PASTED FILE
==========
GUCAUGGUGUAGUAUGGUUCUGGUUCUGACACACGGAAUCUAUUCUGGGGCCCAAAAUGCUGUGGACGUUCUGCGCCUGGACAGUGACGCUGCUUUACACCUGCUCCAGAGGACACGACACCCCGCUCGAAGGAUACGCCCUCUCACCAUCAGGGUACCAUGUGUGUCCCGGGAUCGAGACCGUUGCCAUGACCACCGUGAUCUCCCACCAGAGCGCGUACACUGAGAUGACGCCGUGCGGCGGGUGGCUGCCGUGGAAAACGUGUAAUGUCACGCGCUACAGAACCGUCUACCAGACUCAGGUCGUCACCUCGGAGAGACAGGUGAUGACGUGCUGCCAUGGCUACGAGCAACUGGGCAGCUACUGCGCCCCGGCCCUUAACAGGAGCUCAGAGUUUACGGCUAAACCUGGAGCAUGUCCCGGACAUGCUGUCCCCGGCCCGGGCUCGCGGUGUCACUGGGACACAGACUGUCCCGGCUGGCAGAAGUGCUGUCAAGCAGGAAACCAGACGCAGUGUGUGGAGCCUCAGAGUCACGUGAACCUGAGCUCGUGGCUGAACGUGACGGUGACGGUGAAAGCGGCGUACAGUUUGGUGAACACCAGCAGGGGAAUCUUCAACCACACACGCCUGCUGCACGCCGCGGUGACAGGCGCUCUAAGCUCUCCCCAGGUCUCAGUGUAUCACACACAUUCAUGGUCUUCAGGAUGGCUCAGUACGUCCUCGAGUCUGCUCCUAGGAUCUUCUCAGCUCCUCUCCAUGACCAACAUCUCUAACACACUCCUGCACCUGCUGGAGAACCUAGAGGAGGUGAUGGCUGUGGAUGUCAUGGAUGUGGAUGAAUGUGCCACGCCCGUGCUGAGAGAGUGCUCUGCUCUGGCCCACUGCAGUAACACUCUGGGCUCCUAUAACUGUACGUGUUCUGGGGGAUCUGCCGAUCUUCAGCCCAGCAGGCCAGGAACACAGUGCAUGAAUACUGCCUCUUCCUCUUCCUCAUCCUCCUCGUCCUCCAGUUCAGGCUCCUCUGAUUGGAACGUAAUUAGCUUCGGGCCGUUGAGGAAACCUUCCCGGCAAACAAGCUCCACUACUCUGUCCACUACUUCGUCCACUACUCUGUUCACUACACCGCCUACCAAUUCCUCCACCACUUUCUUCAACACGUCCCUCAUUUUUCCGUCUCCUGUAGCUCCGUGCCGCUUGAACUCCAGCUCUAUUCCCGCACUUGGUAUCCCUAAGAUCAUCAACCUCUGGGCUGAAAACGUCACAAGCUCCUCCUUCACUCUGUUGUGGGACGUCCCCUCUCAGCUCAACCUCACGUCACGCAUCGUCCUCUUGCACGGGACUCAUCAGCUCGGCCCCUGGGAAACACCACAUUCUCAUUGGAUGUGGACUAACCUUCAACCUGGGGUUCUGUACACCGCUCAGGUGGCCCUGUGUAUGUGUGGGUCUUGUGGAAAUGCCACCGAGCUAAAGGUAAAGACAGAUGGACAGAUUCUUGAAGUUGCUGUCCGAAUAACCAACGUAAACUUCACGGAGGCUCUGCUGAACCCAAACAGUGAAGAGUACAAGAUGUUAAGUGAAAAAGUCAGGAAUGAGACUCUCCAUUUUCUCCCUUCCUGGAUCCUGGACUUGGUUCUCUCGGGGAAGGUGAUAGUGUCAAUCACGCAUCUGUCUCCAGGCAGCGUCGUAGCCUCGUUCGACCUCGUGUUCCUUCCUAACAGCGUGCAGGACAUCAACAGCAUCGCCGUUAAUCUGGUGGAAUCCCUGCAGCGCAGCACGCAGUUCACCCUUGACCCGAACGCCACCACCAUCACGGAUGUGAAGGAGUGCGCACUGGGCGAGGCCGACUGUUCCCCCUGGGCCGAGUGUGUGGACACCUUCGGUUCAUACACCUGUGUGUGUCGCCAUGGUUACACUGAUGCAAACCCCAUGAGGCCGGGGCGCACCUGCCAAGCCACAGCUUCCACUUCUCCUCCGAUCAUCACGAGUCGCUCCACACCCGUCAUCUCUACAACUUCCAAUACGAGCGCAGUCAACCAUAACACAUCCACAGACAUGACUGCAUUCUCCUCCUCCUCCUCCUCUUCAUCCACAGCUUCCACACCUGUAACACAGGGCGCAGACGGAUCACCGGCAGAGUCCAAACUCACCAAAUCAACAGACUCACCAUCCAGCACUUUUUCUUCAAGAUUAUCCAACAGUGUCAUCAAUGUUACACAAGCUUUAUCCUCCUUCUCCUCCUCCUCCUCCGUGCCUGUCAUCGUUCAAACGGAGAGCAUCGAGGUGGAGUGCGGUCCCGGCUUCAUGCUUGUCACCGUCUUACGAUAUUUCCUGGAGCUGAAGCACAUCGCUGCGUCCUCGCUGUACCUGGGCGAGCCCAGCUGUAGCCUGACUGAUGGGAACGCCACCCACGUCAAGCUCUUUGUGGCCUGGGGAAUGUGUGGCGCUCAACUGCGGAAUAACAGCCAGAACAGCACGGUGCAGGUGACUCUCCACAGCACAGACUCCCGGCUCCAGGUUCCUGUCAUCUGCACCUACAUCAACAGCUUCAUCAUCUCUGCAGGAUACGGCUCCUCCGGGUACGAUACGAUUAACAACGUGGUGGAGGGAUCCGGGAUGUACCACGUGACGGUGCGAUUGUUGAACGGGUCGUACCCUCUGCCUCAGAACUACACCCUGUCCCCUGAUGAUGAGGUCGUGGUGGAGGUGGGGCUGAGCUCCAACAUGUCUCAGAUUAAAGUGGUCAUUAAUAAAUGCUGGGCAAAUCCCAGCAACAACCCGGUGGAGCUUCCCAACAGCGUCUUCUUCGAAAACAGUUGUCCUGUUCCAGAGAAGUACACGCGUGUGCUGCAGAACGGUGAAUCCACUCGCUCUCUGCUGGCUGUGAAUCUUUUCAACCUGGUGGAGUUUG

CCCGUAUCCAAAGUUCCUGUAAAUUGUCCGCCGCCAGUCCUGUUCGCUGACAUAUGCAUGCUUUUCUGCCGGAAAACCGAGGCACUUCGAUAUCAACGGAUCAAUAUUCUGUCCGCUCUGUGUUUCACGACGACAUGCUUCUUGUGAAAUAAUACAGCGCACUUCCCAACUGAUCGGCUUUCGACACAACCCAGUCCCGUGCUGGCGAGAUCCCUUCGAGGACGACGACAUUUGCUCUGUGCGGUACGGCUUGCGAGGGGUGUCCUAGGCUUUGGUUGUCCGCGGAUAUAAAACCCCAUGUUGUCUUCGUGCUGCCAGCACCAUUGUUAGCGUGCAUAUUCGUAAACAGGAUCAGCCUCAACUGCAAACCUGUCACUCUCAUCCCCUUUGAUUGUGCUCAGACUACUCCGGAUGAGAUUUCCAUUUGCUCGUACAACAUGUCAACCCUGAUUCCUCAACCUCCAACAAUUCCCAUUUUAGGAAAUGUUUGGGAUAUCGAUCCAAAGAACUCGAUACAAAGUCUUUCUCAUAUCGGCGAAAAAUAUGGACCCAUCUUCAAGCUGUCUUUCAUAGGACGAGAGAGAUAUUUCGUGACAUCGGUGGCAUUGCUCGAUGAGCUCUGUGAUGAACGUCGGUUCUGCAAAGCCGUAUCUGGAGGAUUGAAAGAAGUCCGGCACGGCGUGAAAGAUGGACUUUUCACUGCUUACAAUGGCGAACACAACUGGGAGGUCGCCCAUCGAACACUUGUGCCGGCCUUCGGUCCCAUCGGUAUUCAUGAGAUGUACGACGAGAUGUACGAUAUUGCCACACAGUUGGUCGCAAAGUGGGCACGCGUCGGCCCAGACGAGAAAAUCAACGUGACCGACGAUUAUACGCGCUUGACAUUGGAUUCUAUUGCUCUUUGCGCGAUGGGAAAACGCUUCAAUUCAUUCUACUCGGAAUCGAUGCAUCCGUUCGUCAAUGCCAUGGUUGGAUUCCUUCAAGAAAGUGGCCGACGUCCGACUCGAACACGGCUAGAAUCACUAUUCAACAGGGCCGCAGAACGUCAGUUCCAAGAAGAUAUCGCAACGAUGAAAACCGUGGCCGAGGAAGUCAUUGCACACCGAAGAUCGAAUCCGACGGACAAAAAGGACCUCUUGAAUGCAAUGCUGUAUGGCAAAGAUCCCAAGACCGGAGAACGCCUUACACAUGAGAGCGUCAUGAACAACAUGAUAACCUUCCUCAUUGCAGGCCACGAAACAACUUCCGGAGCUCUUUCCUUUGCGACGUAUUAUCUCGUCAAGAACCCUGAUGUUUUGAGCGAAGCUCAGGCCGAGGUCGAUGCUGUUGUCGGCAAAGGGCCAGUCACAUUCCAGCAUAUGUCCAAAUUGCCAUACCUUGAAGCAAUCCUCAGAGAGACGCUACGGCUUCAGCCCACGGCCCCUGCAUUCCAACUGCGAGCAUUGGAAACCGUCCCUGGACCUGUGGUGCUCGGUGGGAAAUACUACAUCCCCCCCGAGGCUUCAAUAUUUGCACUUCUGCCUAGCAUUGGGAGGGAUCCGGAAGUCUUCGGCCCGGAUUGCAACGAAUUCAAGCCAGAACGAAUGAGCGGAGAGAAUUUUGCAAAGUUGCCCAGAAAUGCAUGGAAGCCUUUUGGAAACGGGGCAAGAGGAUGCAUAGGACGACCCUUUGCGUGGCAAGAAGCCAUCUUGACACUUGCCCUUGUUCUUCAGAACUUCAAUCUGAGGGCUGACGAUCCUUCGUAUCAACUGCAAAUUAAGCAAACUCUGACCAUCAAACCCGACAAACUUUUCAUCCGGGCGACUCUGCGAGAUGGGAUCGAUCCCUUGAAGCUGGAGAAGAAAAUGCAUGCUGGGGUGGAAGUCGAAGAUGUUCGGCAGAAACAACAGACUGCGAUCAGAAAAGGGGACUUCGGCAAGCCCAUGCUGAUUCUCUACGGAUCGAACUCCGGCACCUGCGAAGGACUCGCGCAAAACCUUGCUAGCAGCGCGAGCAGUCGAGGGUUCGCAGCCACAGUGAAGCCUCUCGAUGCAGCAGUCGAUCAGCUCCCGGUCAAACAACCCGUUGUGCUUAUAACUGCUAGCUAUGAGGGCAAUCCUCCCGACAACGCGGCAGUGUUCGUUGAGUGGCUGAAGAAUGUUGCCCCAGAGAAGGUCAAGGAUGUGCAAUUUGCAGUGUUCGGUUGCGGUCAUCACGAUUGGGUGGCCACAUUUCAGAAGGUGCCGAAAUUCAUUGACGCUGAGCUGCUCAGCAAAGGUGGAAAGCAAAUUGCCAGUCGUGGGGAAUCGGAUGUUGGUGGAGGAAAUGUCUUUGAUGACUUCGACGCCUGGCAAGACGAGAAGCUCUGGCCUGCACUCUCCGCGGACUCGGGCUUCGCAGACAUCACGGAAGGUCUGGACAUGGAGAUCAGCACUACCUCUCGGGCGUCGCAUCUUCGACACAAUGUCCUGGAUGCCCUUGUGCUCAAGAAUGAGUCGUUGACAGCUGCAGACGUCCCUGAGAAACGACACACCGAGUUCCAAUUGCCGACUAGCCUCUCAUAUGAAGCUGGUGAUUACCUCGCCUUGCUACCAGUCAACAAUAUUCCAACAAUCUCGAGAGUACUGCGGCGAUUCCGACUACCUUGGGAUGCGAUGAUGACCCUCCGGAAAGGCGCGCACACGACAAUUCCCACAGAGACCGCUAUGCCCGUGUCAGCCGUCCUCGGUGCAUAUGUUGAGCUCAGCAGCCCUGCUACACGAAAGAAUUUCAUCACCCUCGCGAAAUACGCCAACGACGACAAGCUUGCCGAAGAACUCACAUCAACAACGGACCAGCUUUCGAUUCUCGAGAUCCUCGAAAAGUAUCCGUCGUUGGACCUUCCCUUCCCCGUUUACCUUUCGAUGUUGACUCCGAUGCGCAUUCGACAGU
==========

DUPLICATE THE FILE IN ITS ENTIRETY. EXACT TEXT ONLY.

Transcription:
GUCAUGGUGUAGUAUGGUUCUGGUUCUGACACACGGAAUCUAUUCUGGGGCCCAAAAUGCUGUGGACGUUCUGCGCCUGGACAGUGACGCUGCUUUACACCUGCUCCAGAGGACACGACACCCCGCUCGAAGGAUACGCCCUCUCACCAUCAGGGUACCAUGUGUGUCCCGGGAUCGAGACCGUUGCCAUGACCACCGUGAUCUCCCACCAGAGCGCGUACACUGAGAUGACGCCGUGCGGCGGGUGGCUGCCGUGGAAAACGUGUAAUGUCACGCGCUACAGAACCGUCUACCAGACUCAGGUCGUCACCUCGGAGAGACAGGUGAUGACGUGCUGCCAUGGCUACGAGCAACUGGGCAGCUACUGCGCCCCGGCCCUUAACAGGAGCUCAGAGUUUACGGCUAAACCUGGAGCAUGUCCCGGACAUGCUGUCCCCGGCCCGGGCUCGCGGUGUCACUGGGACACAGACUGUCCCGGCUGGCAGAAGUGCUGUCAAGCAGGAAACCAGACGCAGUGUGUGGAGCCUCAGAGUCACGUGAACCUGAGCUCGUGGCUGAACGUGACGGUGACGGUGAAAGCGGCGUACAGUUUGGUGAACACCAGCAGGGGAAUCUUCAACCACACACGCCUGCUGCACGCCGCGGUGACAGGCGCUCUAAGCUCUCCCCAGGUCUCAGUGUAUCACACACAUUCAUGGUCUUCAGGAUGGCUCAGUACGUCCUCGAGUCUGCUCCUAGGAUCUUCUCAGCUCCUCUCCAUGACCAACAUCUCUAACACACUCCUGCACCUGCUGGAGAACCUAGAGGAGGUGAUGGCUGUGGAUGUCAUGGAUGUGGAUGAAUGUGCCACGCCCGUGCUGAGAGAGUGCUCUGCUCUGGCCCACUGCAGUAACACUCUGGGCUCCUAUAACUGUACGUGUUCUGGGGGAUCUGCCGAUCUUCAGCCCAGCAGGCCAGGAACACAGUGCAUGAAUACUGCCUCUUCCUCUUCCUCAUCCUCCUCGUCCUCCAGUUCAGGCUCCUCUGAUUGGAACGUAAUUAGCUUCGGGCCGUUGAGGAAACCUUCCCGGCAAACAAGCUCCACUACUCUGUCCACUACUUCGUCCACUACUCUGUUCACUACACCGCCUACCAAUUCCUCCACCACUUUCUUCAACACGUCCCUCAUUUUUCCGUCUCCUGUAGCUCCGUGCCGCUUGAACUCCAGCUCUAUUCCCGCACUUGGUAUCCCUAAGAUCAUCAACCUCUGGGCUGAAAACGUCACAAGCUCCUCCUUCACUCUGUUGUGGGACGUCCCCUCUCAGCUCAACCUCACGUCACGCAUCGUCCUCUUGCACGGGACUCAUCAGCUCGGCCCCUGGGAAACACCACAUUCUCAUUGGAUGUGGACUAACCUUCAACCUGGGGUUCUGUACACCGCUCAGGUGGCCCUGUGUAUGUGUGGGUCUUGUGGAAAUGCCACCGAGCUAAAGGUAAAGACAGAUGGACAGAUUCUUGAAGUUGCUGUCCGAAUAACCAACGUAAACUUCACGGAGGCUCUGCUGAACCCAAACAGUGAAGAGUACAAGAUGUUAAGUGAAAAAGUCAGGAAUGAGACUCUCCAUUUUCUCCCUUCCUGGAUCCUGGACUUGGUUCUCUCGGGGAAGGUGAUAGUGUCAAUCACGCAUCUGUCUCCAGGCAGCGUCGUAGCCUCGUUCGACCUCGUGUUCCUUCCUAACAGCGUGCAGGACAUCAACAGCAUCGCCGUUAAUCUGGUGGAAUCCCUGCAGCGCAGCACGCAGUUCACCCUUGACCCGAACGCCACCACCAUCACGGAUGUGAAGGAGUGCGCACUGGGCGAGGCCGACUGUUCCCCCUGGGCCGAGUGUGUGGACACCUUCGGUUCAUACACCUGUGUGUGUCGCCAUGGUUACACUGAUGCAAACCCCAUGAGGCCGGGGCGCACCUGCCAAGCCACAGCUUCCACUUCUCCUCCGAUCAUCACGAGUCGCUCCACACCCGUCAUCUCUACAACUUCCAAUACGAGCGCAGUCAACCAUAACACAUCCACAGACAUGACUGCAUUCUCCUCCUCCUCCUCCUCUUCAUCCACAGCUUCCACACCUGUAACACAGGGCGCAGACGGAUCACCGGCAGAGUCCAAACUCACCAAAUCAACAGACUCACCAUCCAGCACUUUUUCUUCAAGAUUAUCCAACAGUGUCAUCAAUGUUACACAAGCUUUAUCCUCCUUCUCCUCCUCCUCCUCCGUGCCUGUCAUCGUUCAAACGGAGAGCAUCGAGGUGGAGUGCGGUCCCGGCUUCAUGCUUGUCACCGUCUUACGAUAUUUCCUGGAGCUGAAGCACAUCGCUGCGUCCUCGCUGUACCUGGGCGAGCCCAGCUGUAGCCUGACUGAUGGGAACGCCACCCACGUCAAGCUCUUUGUGGCCUGGGGAAUGUGUGGCGCUCAACUGCGGAAUAACAGCCAGAACAGCACGGUGCAGGUGACUCUCCACAGCACAGACUCCCGGCUCCAGGUUCCUGUCAUCUGCACCUACAUCAACAGCUUCAUCAUCUCUGCAGGAUACGGCUCCUCCGGGUACGAUACGAUUAACAACGUGGUGGAGGGAUCCGGGAUGUACCACGUGACGGUGCGAUUGUUGAACGGGUCGUACCCUCUGCCUCAGAACUACACCCUGUCCCCUGAUGAUGAGGUCGUGGUGGAGGUGGGGCUGAGCUCCAACAUGUCUCAGAUUAAAGUGGUCAUUAAUAAAUGCUGGGCAAAUCCCAGCAACAACCCGGUGGAGCUUCCCAACAGCGUCUUCUUCGAAAACAGUUGUCCUGUUCCAGAGAAGUACACGCGUGUGCUGCAGAACGGUGAAUCCACUCGCUCUCUGCUGGCUGUGAAUCUUUUCAACCUGGUGGAGUUUG

CCCGUAUCCAAAGUUCCUGUAAAUUGUCCGCCGCCAGUCCUGUUCGCUGACAUAUGCAUGCUUUUCUGCCGGAAAACCGAGGCACUUCGAUAUCAACGGAUCAAUAUUCUGUCCGCUCUGUGUUUCACGACGACAUGCUUCUUGUGAAAUAAUACAGCGCACUUCCCAACUGAUCGGCUUUCGACACAACCCAGUCCCGUGCUGGCGAGAUCCCUUCGAGGACGACGACAUUUGCUCUGUGCGGUACGGCUUGCGAGGGGUGUCCUAGGCUUUGGUUGUCCGCGGAUAUAAAACCCCAUGUUGUCUUCGUGCUGCCAGCACCAUUGUUAGCGUGCAUAUUCGUAAACAGGAUCAGCCUCAACUGCAAACCUGUCACUCUCAUCCCCUUUGAUUGUGCUCAGACUACUCCGGAUGAGAUUUCCAUUUGCUCGUACAACAUGUCAACCCUGAUUCCUCAACCUCCAACAAUUCCCAUUUUAGGAAAUGUUUGGGAUAUCGAUCCAAAGAACUCGAUACAAAGUCUUUCUCAUAUCGGCGAAAAAUAUGGACCCAUCUUCAAGCUGUCUUUCAUAGGACGAGAGAGAUAUUUCGUGACAUCGGUGGCAUUGCUCGAUGAGCUCUGUGAUGAACGUCGGUUCUGCAAAGCCGUAUCUGGAGGAUUGAAAGAAGUCCGGCACGGCGUGAAAGAUGGACUUUUCACUGCUUACAAUGGCGAACACAACUGGGAGGUCGCCCAUCGAACACUUGUGCCGGCCUUCGGUCCCAUCGGUAUUCAUGAGAUGUACGACGAGAUGUACGAUAUUGCCACACAGUUGGUCGCAAAGUGGGCACGCGUCGGCCCAGACGAGAAAAUCAACGUGACCGACGAUUAUACGCGCUUGACAUUGGAUUCUAUUGCUCUUUGCGCGAUGGGAAAACGCUUCAAUUCAUUCUACUCGGAAUCGAUGCAUCCGUUCGUCAAUGCCAUGGUUGGAUUCCUUCAAGAAAGUGGCCGACGUCCGACUCGAACACGGCUAGAAUCACUAUUCAACAGGGCCGCAGAACGUCAGUUCCAAGAAGAUAUCGCAACGAUGAAAACCGUGGCCGAGGAAGUCAUUGCACACCGAAGAUCGAAUCCGACGGACAAAAAGGACCUCUUGAAUGCAAUGCUGUAUGGCAAAGAUCCCAAGACCGGAGAACGCCUUACACAUGAGAGCGUCAUGAACAACAUGAUAACCUUCCUCAUUGCAGGCCACGAAACAACUUCCGGAGCUCUUUCCUUUGCGACGUAUUAUCUCGUCAAGAACCCUGAUGUUUUGAGCGAAGCUCAGGCCGAGGUCGAUGCUGUUGUCGGCAAAGGGCCAGUCACAUUCCAGCAUAUGUCCAAAUUGCCAUACCUUGAAGCAAUCCUCAGAGAGACGCUACGGCUUCAGCCCACGGCCCCUGCAUUCCAACUGCGAGCAUUGGAAACCGUCCCUGGACCUGUGGUGCUCGGUGGGAAAUACUACAUCCCCCCCGAGGCUUCAAUAUUUGCACUUCUGCCUAGCAUUGGGAGGGAUCCGGAAGUCUUCGGCCCGGAUUGCAACGAAUUCAAGCCAGAACGAAUGAGCGGAGAGAAUUUUGCAAAGUUGCCCAGAAAUGCAUGGAAGCCUUUUGGAAACGGGGCAAGAGGAUGCAUAGGACGACCCUUUGCGUGGCAAGAAGCCAUCUUGACACUUGCCCUUGUUCUUCAGAACUUCAAUCUGAGGGCUGACGAUCCUUCGUAUCAACUGCAAAUUAAGCAAACUCUGACCAUCAAACCCGACAAACUUUUCAUCCGGGCGACUCUGCGAGAUGGGAUCGAUCCCUUGAAGCUGGAGAAGAAAAUGCAUGCUGGGGUGGAAGUCGAAGAUGUUCGGCAGAAACAACAGACUGCGAUCAGAAAAGGGGACUUCGGCAAGCCCAUGCUGAUUCUCUACGGAUCGAACUCCGGCACCUGCGAAGGACUCGCGCAAAACCUUGCUAGCAGCGCGAGCAGUCGAGGGUUCGCAGCCACAGUGAAGCCUCUCGAUGCAGCAGUCGAUCAGCUCCCGGUCAAACAACCCGUUGUGCUUAUAACUGCUAGCUAUGAGGGCAAUCCUCCCGACAACGCGGCAGUGUUCGUUGAGUGGCUGAAGAAUGUUGCCCCAGAGAAGGUCAAGGAUGUGCAAUUUGCAGUGUUCGGUUGCGGUCAUCACGAUUGGGUGGCCACAUUUCAGAAGGUGCCGAAAUUCAUUGACGCUGAGCUGCUCAGCAAAGGUGGAAAGCAAAUUGCCAGUCGUGGGGAAUCGGAUGUUGGUGGAGGAAAUGUCUUUGAUGACUUCGACGCCUGGCAAGACGAGAAGCUCUGGCCUGCACUCUCCGCGGACUCGGGCUUCGCAGACAUCACGGAAGGUCUGGACAUGGAGAUCAGCACUACCUCUCGGGCGUCGCAUCUUCGACACAAUGUCCUGGAUGCCCUUGUGCUCAAGAAUGAGUCGUUGACAGCUGCAGACGUCCCUGAGAAACGACACACCGAGUUCCAAUUGCCGACUAGCCUCUCAUAUGAAGCUGGUGAUUACCUCGCCUUGCUACCAGUCAACAAUAUUCCAACAAUCUCGAGAGUACUGCGGCGAUUCCGACUACCUUGGGAUGCGAUGAUGACCCUCCGGAAAGGCGCGCACACGACAAUUCCCACAGAGACCGCUAUGCCCGUGUCAGCCGUCCUCGGUGCAUAUGUUGAGCUCAGCAGCCCUGCUACACGAAAGAAUUUCAUCACCCUCGCGAAAUACGCCAACGACGACAAGCUUGCCGAAGAACUCACAUCAACAACGGACCAGCUUUCGAUUCUCGAGAUCCUCGAAAAGUAUCCGUCGUUGGACCUUCCCUUCCCCGUUUACCUUUCGAUGUUGACUCCGAUGCGCAUUCGACAGU